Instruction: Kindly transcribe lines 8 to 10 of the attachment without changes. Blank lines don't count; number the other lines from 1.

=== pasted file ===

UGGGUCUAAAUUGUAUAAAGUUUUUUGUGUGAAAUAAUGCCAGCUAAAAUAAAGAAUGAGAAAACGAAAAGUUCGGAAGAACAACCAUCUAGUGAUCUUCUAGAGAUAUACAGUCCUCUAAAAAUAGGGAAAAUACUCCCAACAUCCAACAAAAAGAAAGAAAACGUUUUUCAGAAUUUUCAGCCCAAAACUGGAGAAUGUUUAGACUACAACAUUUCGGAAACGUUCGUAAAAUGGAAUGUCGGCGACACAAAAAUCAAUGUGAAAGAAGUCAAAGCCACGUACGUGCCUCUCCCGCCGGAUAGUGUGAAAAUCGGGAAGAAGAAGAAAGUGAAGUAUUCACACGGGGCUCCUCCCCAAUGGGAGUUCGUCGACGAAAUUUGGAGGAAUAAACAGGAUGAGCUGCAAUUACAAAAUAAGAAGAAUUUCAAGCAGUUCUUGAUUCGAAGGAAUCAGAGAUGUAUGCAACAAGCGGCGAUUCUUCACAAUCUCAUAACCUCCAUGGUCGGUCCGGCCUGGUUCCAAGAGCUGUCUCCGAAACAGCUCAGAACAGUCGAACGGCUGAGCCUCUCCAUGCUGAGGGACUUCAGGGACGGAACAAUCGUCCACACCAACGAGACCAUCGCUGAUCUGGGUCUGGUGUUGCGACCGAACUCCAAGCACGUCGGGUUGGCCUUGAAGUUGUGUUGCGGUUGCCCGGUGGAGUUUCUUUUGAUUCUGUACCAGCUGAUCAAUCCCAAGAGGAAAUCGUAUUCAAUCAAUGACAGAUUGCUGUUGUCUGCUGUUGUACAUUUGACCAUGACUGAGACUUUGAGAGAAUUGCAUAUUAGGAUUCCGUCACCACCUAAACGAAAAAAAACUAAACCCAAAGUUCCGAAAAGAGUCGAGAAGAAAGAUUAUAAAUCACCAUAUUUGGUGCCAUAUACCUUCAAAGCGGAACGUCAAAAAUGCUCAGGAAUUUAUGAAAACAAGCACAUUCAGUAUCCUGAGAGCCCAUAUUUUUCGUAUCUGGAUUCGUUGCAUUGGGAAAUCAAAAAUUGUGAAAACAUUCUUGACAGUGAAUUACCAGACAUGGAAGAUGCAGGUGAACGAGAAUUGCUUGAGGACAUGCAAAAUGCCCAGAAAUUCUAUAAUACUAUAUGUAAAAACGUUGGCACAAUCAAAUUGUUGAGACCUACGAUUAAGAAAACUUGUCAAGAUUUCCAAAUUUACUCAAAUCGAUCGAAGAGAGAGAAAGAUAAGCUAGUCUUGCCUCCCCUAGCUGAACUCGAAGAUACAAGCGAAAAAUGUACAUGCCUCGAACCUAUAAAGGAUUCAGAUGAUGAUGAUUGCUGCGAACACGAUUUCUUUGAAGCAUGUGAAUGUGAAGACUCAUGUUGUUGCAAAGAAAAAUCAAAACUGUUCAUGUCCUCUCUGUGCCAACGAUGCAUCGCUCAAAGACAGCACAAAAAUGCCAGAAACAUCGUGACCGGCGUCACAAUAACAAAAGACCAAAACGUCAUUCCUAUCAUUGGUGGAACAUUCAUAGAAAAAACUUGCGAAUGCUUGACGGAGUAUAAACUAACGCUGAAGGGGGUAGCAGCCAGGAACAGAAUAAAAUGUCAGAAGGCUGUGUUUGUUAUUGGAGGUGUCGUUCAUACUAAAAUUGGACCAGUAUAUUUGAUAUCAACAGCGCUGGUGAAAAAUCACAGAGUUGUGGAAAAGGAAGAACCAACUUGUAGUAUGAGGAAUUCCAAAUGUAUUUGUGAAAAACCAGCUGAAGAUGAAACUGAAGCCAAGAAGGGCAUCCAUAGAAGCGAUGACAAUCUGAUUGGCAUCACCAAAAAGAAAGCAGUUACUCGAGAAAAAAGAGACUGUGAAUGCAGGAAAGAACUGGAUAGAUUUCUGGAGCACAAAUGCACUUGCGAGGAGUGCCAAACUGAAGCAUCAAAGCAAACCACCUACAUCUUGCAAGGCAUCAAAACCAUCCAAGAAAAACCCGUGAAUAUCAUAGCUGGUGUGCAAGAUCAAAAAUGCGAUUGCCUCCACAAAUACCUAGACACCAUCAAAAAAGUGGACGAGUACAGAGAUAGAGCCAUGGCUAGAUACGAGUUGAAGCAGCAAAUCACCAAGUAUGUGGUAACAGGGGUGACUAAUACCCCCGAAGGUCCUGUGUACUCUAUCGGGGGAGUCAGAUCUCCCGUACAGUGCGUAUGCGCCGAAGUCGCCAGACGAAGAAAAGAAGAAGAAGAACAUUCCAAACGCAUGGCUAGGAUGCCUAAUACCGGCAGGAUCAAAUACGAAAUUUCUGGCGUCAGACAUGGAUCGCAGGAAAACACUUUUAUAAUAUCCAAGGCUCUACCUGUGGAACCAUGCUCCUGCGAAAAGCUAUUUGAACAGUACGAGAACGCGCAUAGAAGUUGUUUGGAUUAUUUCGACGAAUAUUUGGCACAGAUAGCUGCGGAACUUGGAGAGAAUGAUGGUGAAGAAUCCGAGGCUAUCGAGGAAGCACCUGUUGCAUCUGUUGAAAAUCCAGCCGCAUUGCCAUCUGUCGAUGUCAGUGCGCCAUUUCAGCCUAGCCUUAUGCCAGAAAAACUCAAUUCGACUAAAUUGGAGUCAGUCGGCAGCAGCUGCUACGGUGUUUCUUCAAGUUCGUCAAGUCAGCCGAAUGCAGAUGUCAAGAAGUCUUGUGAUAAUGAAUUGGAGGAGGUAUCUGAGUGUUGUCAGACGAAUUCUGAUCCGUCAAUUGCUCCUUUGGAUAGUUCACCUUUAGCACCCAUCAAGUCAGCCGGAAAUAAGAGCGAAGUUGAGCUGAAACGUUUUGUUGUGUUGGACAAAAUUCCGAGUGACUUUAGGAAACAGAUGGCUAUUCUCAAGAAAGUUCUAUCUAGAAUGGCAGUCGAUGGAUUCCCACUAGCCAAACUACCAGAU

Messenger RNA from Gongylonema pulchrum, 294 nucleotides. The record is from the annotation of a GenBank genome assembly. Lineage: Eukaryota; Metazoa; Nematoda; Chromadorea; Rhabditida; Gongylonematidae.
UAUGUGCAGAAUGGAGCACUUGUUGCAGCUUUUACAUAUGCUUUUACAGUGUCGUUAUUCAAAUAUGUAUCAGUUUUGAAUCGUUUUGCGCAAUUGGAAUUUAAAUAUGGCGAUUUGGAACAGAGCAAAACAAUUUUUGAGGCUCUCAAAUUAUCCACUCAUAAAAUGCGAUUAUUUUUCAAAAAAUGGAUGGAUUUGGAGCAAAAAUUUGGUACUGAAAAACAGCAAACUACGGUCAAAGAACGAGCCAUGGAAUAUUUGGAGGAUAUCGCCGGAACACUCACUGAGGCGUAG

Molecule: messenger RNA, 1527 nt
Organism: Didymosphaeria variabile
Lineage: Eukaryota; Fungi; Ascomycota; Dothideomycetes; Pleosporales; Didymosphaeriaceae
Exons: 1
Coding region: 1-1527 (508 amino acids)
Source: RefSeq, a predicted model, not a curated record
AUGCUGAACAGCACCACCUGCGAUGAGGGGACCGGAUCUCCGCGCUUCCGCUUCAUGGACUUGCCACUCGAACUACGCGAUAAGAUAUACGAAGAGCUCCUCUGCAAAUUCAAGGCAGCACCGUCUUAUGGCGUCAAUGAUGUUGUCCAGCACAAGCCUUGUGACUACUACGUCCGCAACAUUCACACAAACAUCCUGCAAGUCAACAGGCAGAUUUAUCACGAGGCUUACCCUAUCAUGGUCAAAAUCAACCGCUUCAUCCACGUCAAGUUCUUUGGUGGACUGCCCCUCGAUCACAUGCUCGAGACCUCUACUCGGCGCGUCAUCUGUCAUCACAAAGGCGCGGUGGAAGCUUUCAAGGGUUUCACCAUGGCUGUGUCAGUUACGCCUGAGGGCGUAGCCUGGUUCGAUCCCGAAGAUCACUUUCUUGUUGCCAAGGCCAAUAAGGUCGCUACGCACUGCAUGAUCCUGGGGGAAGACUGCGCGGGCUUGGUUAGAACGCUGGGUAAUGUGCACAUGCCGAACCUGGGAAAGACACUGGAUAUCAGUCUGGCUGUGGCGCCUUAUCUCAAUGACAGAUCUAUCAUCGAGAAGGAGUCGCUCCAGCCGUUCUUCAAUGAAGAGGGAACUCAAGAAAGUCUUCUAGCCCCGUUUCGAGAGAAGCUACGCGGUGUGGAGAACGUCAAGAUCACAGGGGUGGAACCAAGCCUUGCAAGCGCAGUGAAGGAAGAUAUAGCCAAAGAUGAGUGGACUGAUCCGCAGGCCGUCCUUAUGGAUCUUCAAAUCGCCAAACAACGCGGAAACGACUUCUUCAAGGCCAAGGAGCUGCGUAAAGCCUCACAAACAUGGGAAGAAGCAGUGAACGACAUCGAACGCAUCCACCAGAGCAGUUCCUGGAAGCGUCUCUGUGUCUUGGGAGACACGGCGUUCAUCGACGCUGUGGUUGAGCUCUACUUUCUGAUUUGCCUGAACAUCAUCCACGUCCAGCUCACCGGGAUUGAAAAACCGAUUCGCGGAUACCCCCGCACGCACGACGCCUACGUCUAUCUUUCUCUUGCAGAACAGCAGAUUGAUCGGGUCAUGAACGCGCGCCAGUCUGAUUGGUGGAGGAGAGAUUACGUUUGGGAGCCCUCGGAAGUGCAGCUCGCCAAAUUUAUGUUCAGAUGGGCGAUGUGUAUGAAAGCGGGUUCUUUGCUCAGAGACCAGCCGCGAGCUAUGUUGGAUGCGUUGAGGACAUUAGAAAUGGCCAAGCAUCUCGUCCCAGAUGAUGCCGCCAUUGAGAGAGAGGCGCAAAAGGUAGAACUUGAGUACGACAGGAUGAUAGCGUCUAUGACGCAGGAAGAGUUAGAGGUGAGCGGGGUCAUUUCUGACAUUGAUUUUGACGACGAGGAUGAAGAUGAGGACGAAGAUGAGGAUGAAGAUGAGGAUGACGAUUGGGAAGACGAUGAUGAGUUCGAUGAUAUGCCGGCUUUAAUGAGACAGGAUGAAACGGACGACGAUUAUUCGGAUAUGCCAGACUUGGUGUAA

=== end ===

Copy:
Coding region: 1-1527 (508 amino acids)
Source: RefSeq, a predicted model, not a curated record
AUGCUGAACAGCACCACCUGCGAUGAGGGGACCGGAUCUCCGCGCUUCCGCUUCAUGGACUUGCCACUCGAACUACGCGAUAAGAUAUACGAAGAGCUCCUCUGCAAAUUCAAGGCAGCACCGUCUUAUGGCGUCAAUGAUGUUGUCCAGCACAAGCCUUGUGACUACUACGUCCGCAACAUUCACACAAACAUCCUGCAAGUCAACAGGCAGAUUUAUCACGAGGCUUACCCUAUCAUGGUCAAAAUCAACCGCUUCAUCCACGUCAAGUUCUUUGGUGGACUGCCCCUCGAUCACAUGCUCGAGACCUCUACUCGGCGCGUCAUCUGUCAUCACAAAGGCGCGGUGGAAGCUUUCAAGGGUUUCACCAUGGCUGUGUCAGUUACGCCUGAGGGCGUAGCCUGGUUCGAUCCCGAAGAUCACUUUCUUGUUGCCAAGGCCAAUAAGGUCGCUACGCACUGCAUGAUCCUGGGGGAAGACUGCGCGGGCUUGGUUAGAACGCUGGGUAAUGUGCACAUGCCGAACCUGGGAAAGACACUGGAUAUCAGUCUGGCUGUGGCGCCUUAUCUCAAUGACAGAUCUAUCAUCGAGAAGGAGUCGCUCCAGCCGUUCUUCAAUGAAGAGGGAACUCAAGAAAGUCUUCUAGCCCCGUUUCGAGAGAAGCUACGCGGUGUGGAGAACGUCAAGAUCACAGGGGUGGAACCAAGCCUUGCAAGCGCAGUGAAGGAAGAUAUAGCCAAAGAUGAGUGGACUGAUCCGCAGGCCGUCCUUAUGGAUCUUCAAAUCGCCAAACAACGCGGAAACGACUUCUUCAAGGCCAAGGAGCUGCGUAAAGCCUCACAAACAUGGGAAGAAGCAGUGAACGACAUCGAACGCAUCCACCAGAGCAGUUCCUGGAAGCGUCUCUGUGUCUUGGGAGACACGGCGUUCAUCGACGCUGUGGUUGAGCUCUACUUUCUGAUUUGCCUGAACAUCAUCCACGUCCAGCUCACCGGGAUUGAAAAACCGAUUCGCGGAUACCCCCGCACGCACGACGCCUACGUCUAUCUUUCUCUUGCAGAACAGCAGAUUGAUCGGGUCAUGAACGCGCGCCAGUCUGAUUGGUGGAGGAGAGAUUACGUUUGGGAGCCCUCGGAAGUGCAGCUCGCCAAAUUUAUGUUCAGAUGGGCGAUGUGUAUGAAAGCGGGUUCUUUGCUCAGAGACCAGCCGCGAGCUAUGUUGGAUGCGUUGAGGACAUUAGAAAUGGCCAAGCAUCUCGUCCCAGAUGAUGCCGCCAUUGAGAGAGAGGCGCAAAAGGUAGAACUUGAGUACGACAGGAUGAUAGCGUCUAUGACGCAGGAAGAGUUAGAGGUGAGCGGGGUCAUUUCUGACAUUGAUUUUGACGACGAGGAUGAAGAUGAGGACGAAGAUGAGGAUGAAGAUGAGGAUGACGAUUGGGAAGACGAUGAUGAGUUCGAUGAUAUGCCGGCUUUAAUGAGACAGGAUGAAACGGACGACGAUUAUUCGGAUAUGCCAGACUUGGUGUAA